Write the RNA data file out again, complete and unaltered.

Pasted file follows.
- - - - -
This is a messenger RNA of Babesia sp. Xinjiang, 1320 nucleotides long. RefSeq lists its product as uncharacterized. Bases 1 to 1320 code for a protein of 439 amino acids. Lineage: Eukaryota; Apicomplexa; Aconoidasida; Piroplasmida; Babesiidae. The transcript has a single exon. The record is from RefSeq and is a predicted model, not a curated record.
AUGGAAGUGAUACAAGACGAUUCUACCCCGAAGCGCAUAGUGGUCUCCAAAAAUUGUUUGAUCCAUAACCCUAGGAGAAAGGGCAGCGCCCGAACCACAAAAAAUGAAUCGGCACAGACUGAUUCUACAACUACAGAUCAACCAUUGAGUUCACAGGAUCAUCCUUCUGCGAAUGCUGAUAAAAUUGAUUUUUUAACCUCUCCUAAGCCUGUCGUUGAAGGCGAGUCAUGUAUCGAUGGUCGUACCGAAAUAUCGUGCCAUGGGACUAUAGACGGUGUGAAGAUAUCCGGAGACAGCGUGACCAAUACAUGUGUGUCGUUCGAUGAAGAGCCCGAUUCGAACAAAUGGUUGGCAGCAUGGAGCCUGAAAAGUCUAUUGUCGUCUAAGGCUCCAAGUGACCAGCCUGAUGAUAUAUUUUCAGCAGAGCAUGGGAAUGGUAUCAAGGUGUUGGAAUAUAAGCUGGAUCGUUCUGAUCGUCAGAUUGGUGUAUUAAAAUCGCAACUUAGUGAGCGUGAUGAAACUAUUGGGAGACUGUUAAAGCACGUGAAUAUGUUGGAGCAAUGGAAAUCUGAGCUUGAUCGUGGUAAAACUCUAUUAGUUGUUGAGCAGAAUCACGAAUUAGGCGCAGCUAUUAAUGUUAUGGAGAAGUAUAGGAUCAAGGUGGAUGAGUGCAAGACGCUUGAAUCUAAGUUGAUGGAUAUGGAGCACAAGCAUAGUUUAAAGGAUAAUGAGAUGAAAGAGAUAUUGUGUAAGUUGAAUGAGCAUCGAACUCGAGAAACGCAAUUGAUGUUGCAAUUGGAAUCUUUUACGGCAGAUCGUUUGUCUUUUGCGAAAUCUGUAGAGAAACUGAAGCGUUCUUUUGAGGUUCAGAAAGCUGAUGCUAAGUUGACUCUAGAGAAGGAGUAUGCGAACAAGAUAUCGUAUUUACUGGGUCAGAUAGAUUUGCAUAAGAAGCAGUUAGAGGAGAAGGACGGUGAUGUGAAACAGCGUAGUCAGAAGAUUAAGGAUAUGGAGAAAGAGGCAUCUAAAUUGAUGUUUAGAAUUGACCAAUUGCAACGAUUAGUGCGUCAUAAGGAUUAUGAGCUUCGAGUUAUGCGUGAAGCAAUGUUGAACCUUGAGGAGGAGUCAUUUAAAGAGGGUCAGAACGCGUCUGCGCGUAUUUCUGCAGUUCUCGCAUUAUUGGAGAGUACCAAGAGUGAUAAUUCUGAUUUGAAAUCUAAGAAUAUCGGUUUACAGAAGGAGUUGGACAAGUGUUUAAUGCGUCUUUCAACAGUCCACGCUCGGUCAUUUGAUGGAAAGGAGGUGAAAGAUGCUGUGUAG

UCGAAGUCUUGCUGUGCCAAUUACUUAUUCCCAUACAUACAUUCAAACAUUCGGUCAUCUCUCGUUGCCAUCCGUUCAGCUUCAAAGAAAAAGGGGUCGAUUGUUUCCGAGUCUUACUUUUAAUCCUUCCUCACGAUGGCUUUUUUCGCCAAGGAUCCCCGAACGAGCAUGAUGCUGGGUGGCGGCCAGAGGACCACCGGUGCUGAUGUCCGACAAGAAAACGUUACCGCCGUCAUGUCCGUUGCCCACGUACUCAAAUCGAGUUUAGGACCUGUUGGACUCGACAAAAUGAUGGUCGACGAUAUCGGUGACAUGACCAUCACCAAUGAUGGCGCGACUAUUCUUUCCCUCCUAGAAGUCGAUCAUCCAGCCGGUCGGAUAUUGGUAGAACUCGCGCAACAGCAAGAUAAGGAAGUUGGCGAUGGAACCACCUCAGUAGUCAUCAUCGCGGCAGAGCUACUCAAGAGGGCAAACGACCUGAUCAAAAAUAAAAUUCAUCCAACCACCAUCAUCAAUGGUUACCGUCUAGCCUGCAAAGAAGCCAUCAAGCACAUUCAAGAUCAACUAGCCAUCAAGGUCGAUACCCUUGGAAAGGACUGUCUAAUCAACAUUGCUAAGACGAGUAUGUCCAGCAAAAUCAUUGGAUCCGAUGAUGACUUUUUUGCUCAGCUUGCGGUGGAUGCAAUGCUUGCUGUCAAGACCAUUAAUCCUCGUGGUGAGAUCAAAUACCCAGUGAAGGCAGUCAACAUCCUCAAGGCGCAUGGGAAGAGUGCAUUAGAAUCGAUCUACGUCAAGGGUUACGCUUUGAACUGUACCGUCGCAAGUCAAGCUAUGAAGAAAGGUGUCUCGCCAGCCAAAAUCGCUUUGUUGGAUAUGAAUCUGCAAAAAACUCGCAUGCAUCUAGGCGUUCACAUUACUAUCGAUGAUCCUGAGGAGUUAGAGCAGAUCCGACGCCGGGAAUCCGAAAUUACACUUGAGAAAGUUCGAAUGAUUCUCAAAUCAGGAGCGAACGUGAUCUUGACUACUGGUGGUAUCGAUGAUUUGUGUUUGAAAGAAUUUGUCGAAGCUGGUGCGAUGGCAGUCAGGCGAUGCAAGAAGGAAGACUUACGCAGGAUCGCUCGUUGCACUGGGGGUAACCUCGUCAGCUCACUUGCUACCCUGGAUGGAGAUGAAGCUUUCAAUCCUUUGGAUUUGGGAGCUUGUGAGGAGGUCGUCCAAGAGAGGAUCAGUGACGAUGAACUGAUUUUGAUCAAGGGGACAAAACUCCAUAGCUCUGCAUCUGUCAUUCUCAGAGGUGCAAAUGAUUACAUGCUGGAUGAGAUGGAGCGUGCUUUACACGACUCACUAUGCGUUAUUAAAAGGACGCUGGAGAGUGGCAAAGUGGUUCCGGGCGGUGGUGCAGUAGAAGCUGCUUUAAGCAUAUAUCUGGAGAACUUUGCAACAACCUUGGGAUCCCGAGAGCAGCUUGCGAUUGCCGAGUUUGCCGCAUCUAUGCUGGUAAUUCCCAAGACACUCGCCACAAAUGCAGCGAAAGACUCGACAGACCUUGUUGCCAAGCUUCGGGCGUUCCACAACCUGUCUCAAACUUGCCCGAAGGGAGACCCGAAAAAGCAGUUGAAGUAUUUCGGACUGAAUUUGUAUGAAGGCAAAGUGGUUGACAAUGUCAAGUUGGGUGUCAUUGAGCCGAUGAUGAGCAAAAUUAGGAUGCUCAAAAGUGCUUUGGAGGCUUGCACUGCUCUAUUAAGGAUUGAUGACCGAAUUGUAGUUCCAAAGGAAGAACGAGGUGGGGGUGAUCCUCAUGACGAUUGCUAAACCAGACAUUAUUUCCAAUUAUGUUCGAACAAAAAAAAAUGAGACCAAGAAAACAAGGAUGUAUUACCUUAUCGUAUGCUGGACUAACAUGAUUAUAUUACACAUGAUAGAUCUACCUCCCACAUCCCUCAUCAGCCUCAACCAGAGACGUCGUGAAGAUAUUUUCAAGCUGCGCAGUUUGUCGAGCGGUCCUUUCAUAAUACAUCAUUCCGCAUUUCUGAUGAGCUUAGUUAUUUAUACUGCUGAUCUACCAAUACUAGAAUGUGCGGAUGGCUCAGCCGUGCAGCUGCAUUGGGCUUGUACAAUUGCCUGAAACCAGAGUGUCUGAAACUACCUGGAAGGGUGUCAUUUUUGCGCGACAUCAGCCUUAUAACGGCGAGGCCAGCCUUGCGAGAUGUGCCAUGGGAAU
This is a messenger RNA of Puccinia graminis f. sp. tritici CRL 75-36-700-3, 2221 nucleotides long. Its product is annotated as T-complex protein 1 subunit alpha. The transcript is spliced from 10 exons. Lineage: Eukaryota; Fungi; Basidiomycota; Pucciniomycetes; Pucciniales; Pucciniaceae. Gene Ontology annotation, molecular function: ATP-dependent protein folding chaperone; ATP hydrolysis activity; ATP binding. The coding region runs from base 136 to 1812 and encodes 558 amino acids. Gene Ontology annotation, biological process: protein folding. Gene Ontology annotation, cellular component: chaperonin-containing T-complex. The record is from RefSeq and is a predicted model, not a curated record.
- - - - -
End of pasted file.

This is a messenger RNA of Babesia sp. Xinjiang, 1320 nucleotides long. RefSeq lists its product as uncharacterized. Bases 1 to 1320 code for a protein of 439 amino acids. Lineage: Eukaryota; Apicomplexa; Aconoidasida; Piroplasmida; Babesiidae. The transcript has a single exon. The record is from RefSeq and is a predicted model, not a curated record.
AUGGAAGUGAUACAAGACGAUUCUACCCCGAAGCGCAUAGUGGUCUCCAAAAAUUGUUUGAUCCAUAACCCUAGGAGAAAGGGCAGCGCCCGAACCACAAAAAAUGAAUCGGCACAGACUGAUUCUACAACUACAGAUCAACCAUUGAGUUCACAGGAUCAUCCUUCUGCGAAUGCUGAUAAAAUUGAUUUUUUAACCUCUCCUAAGCCUGUCGUUGAAGGCGAGUCAUGUAUCGAUGGUCGUACCGAAAUAUCGUGCCAUGGGACUAUAGACGGUGUGAAGAUAUCCGGAGACAGCGUGACCAAUACAUGUGUGUCGUUCGAUGAAGAGCCCGAUUCGAACAAAUGGUUGGCAGCAUGGAGCCUGAAAAGUCUAUUGUCGUCUAAGGCUCCAAGUGACCAGCCUGAUGAUAUAUUUUCAGCAGAGCAUGGGAAUGGUAUCAAGGUGUUGGAAUAUAAGCUGGAUCGUUCUGAUCGUCAGAUUGGUGUAUUAAAAUCGCAACUUAGUGAGCGUGAUGAAACUAUUGGGAGACUGUUAAAGCACGUGAAUAUGUUGGAGCAAUGGAAAUCUGAGCUUGAUCGUGGUAAAACUCUAUUAGUUGUUGAGCAGAAUCACGAAUUAGGCGCAGCUAUUAAUGUUAUGGAGAAGUAUAGGAUCAAGGUGGAUGAGUGCAAGACGCUUGAAUCUAAGUUGAUGGAUAUGGAGCACAAGCAUAGUUUAAAGGAUAAUGAGAUGAAAGAGAUAUUGUGUAAGUUGAAUGAGCAUCGAACUCGAGAAACGCAAUUGAUGUUGCAAUUGGAAUCUUUUACGGCAGAUCGUUUGUCUUUUGCGAAAUCUGUAGAGAAACUGAAGCGUUCUUUUGAGGUUCAGAAAGCUGAUGCUAAGUUGACUCUAGAGAAGGAGUAUGCGAACAAGAUAUCGUAUUUACUGGGUCAGAUAGAUUUGCAUAAGAAGCAGUUAGAGGAGAAGGACGGUGAUGUGAAACAGCGUAGUCAGAAGAUUAAGGAUAUGGAGAAAGAGGCAUCUAAAUUGAUGUUUAGAAUUGACCAAUUGCAACGAUUAGUGCGUCAUAAGGAUUAUGAGCUUCGAGUUAUGCGUGAAGCAAUGUUGAACCUUGAGGAGGAGUCAUUUAAAGAGGGUCAGAACGCGUCUGCGCGUAUUUCUGCAGUUCUCGCAUUAUUGGAGAGUACCAAGAGUGAUAAUUCUGAUUUGAAAUCUAAGAAUAUCGGUUUACAGAAGGAGUUGGACAAGUGUUUAAUGCGUCUUUCAACAGUCCACGCUCGGUCAUUUGAUGGAAAGGAGGUGAAAGAUGCUGUGUAG

UCGAAGUCUUGCUGUGCCAAUUACUUAUUCCCAUACAUACAUUCAAACAUUCGGUCAUCUCUCGUUGCCAUCCGUUCAGCUUCAAAGAAAAAGGGGUCGAUUGUUUCCGAGUCUUACUUUUAAUCCUUCCUCACGAUGGCUUUUUUCGCCAAGGAUCCCCGAACGAGCAUGAUGCUGGGUGGCGGCCAGAGGACCACCGGUGCUGAUGUCCGACAAGAAAACGUUACCGCCGUCAUGUCCGUUGCCCACGUACUCAAAUCGAGUUUAGGACCUGUUGGACUCGACAAAAUGAUGGUCGACGAUAUCGGUGACAUGACCAUCACCAAUGAUGGCGCGACUAUUCUUUCCCUCCUAGAAGUCGAUCAUCCAGCCGGUCGGAUAUUGGUAGAACUCGCGCAACAGCAAGAUAAGGAAGUUGGCGAUGGAACCACCUCAGUAGUCAUCAUCGCGGCAGAGCUACUCAAGAGGGCAAACGACCUGAUCAAAAAUAAAAUUCAUCCAACCACCAUCAUCAAUGGUUACCGUCUAGCCUGCAAAGAAGCCAUCAAGCACAUUCAAGAUCAACUAGCCAUCAAGGUCGAUACCCUUGGAAAGGACUGUCUAAUCAACAUUGCUAAGACGAGUAUGUCCAGCAAAAUCAUUGGAUCCGAUGAUGACUUUUUUGCUCAGCUUGCGGUGGAUGCAAUGCUUGCUGUCAAGACCAUUAAUCCUCGUGGUGAGAUCAAAUACCCAGUGAAGGCAGUCAACAUCCUCAAGGCGCAUGGGAAGAGUGCAUUAGAAUCGAUCUACGUCAAGGGUUACGCUUUGAACUGUACCGUCGCAAGUCAAGCUAUGAAGAAAGGUGUCUCGCCAGCCAAAAUCGCUUUGUUGGAUAUGAAUCUGCAAAAAACUCGCAUGCAUCUAGGCGUUCACAUUACUAUCGAUGAUCCUGAGGAGUUAGAGCAGAUCCGACGCCGGGAAUCCGAAAUUACACUUGAGAAAGUUCGAAUGAUUCUCAAAUCAGGAGCGAACGUGAUCUUGACUACUGGUGGUAUCGAUGAUUUGUGUUUGAAAGAAUUUGUCGAAGCUGGUGCGAUGGCAGUCAGGCGAUGCAAGAAGGAAGACUUACGCAGGAUCGCUCGUUGCACUGGGGGUAACCUCGUCAGCUCACUUGCUACCCUGGAUGGAGAUGAAGCUUUCAAUCCUUUGGAUUUGGGAGCUUGUGAGGAGGUCGUCCAAGAGAGGAUCAGUGACGAUGAACUGAUUUUGAUCAAGGGGACAAAACUCCAUAGCUCUGCAUCUGUCAUUCUCAGAGGUGCAAAUGAUUACAUGCUGGAUGAGAUGGAGCGUGCUUUACACGACUCACUAUGCGUUAUUAAAAGGACGCUGGAGAGUGGCAAAGUGGUUCCGGGCGGUGGUGCAGUAGAAGCUGCUUUAAGCAUAUAUCUGGAGAACUUUGCAACAACCUUGGGAUCCCGAGAGCAGCUUGCGAUUGCCGAGUUUGCCGCAUCUAUGCUGGUAAUUCCCAAGACACUCGCCACAAAUGCAGCGAAAGACUCGACAGACCUUGUUGCCAAGCUUCGGGCGUUCCACAACCUGUCUCAAACUUGCCCGAAGGGAGACCCGAAAAAGCAGUUGAAGUAUUUCGGACUGAAUUUGUAUGAAGGCAAAGUGGUUGACAAUGUCAAGUUGGGUGUCAUUGAGCCGAUGAUGAGCAAAAUUAGGAUGCUCAAAAGUGCUUUGGAGGCUUGCACUGCUCUAUUAAGGAUUGAUGACCGAAUUGUAGUUCCAAAGGAAGAACGAGGUGGGGGUGAUCCUCAUGACGAUUGCUAAACCAGACAUUAUUUCCAAUUAUGUUCGAACAAAAAAAAAUGAGACCAAGAAAACAAGGAUGUAUUACCUUAUCGUAUGCUGGACUAACAUGAUUAUAUUACACAUGAUAGAUCUACCUCCCACAUCCCUCAUCAGCCUCAACCAGAGACGUCGUGAAGAUAUUUUCAAGCUGCGCAGUUUGUCGAGCGGUCCUUUCAUAAUACAUCAUUCCGCAUUUCUGAUGAGCUUAGUUAUUUAUACUGCUGAUCUACCAAUACUAGAAUGUGCGGAUGGCUCAGCCGUGCAGCUGCAUUGGGCUUGUACAAUUGCCUGAAACCAGAGUGUCUGAAACUACCUGGAAGGGUGUCAUUUUUGCGCGACAUCAGCCUUAUAACGGCGAGGCCAGCCUUGCGAGAUGUGCCAUGGGAAU
This is a messenger RNA of Puccinia graminis f. sp. tritici CRL 75-36-700-3, 2221 nucleotides long. Its product is annotated as T-complex protein 1 subunit alpha. The transcript is spliced from 10 exons. Lineage: Eukaryota; Fungi; Basidiomycota; Pucciniomycetes; Pucciniales; Pucciniaceae. Gene Ontology annotation, molecular function: ATP-dependent protein folding chaperone; ATP hydrolysis activity; ATP binding. The coding region runs from base 136 to 1812 and encodes 558 amino acids. Gene Ontology annotation, biological process: protein folding. Gene Ontology annotation, cellular component: chaperonin-containing T-complex. The record is from RefSeq and is a predicted model, not a curated record.